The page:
The Scriptaculous is not important, we do not have to make any changes to any of that code at all to get your new jQuery code to work. In my example I dropped in a modalbox, one of my favorites called “Sexylightbox“.

I placed my new modalbox code after my old code.

It required these lines to work:

Import/Src these scripts:


Then it also needed to be initialized:

<script type=”text/javascript>


SexyLightbox.initialize({color:’black‘, dir: ‘../../images/sexyimages‘});


Then I had to decide what to name my noConflict variable.. in this case I decided to go with $sexy.

So I changed


<script type=”text/javascript>


SexyLightbox.initialize({color:’black‘, dir: ‘../../images/sexyimages‘});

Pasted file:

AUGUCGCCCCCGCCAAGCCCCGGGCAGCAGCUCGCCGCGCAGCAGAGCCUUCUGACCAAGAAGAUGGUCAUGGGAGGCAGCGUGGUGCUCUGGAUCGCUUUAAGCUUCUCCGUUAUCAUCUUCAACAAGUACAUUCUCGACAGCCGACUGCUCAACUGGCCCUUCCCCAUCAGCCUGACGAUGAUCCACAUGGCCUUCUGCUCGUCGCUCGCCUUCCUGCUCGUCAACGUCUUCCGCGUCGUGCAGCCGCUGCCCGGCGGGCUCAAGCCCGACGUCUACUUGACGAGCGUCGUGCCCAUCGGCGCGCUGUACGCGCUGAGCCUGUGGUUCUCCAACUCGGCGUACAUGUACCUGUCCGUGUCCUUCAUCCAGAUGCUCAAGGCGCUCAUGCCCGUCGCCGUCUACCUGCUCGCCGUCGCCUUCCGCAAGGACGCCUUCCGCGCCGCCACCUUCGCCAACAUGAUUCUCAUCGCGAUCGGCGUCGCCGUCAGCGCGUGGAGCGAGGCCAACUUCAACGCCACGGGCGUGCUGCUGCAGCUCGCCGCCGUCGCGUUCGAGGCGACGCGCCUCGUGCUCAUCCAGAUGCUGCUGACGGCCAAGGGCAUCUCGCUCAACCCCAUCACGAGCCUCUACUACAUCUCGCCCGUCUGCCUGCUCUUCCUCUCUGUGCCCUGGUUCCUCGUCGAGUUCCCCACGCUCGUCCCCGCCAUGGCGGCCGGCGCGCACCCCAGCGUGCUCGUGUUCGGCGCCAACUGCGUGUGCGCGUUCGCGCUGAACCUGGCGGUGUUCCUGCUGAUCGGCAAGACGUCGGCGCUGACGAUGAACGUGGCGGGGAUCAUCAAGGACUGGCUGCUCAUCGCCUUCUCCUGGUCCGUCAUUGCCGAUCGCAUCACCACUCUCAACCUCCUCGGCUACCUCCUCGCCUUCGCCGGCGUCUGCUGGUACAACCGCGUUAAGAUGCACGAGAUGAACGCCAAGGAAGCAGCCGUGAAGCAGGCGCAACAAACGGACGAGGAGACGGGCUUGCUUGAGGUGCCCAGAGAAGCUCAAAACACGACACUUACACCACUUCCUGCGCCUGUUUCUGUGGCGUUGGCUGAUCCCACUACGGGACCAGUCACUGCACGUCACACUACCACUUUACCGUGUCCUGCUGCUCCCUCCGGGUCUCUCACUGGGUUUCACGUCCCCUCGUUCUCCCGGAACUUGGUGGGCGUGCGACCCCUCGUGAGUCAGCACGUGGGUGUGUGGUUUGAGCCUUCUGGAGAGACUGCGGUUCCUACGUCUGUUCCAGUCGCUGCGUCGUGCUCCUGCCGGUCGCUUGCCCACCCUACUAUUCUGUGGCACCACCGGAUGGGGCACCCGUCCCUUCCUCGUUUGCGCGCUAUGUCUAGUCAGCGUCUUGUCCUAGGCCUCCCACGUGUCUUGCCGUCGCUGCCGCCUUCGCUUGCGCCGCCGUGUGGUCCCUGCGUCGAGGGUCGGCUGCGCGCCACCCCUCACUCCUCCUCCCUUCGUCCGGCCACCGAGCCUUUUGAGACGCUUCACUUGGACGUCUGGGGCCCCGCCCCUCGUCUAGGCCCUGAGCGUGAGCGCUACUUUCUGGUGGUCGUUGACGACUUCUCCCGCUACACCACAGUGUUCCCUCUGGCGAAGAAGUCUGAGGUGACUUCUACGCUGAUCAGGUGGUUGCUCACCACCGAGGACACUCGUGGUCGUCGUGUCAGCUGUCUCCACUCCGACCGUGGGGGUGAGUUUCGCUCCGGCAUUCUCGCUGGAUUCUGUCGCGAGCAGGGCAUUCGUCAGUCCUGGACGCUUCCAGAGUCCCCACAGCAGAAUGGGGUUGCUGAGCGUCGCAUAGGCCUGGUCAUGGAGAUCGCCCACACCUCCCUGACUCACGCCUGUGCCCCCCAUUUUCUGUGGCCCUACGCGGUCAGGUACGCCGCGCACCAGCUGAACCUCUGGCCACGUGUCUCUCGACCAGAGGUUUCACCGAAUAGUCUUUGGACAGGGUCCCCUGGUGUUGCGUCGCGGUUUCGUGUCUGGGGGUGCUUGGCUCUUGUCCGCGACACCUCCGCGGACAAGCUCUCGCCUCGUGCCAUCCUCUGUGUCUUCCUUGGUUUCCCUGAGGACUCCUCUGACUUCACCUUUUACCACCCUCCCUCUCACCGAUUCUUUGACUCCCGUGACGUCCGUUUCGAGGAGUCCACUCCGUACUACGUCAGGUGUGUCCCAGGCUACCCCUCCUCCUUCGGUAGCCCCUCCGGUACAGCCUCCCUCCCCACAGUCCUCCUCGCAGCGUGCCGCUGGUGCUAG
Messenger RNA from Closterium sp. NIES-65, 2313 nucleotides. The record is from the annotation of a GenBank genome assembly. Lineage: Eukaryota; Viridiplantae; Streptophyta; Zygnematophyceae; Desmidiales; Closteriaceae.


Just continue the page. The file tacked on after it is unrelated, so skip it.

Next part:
<script type=”text/javascript>


SexyLightbox.initialize({color:’black‘, dir: ‘../../images/sexyimages‘});


This is just the first step! I made sure to edit sexylightbox.v2.3.jquery.js and I added in this line to the top of the file:

$sexy = jQuery.noConflict();

Then, I completed it with my finish move and in my editor VI I replaced every instance of the $ character with the $sexy string using a global search and replace command while in Escape mode. If you’re more of the GUI type and using BlueFish or SlickEdit or something else, then you should have a “Replace” and then “Replace All Instances of” option under the Find menubar option.

Then as crazy as it may sound, everything just started working perfectly.

The important thing to keep in mind is that every single instance of where jQuery code is using the $, you have to replace it with the new variable you’ve created with the noConflict function. I wish someone had spelled it out that simply for me.. would have saved me hours of wasted time and frustration.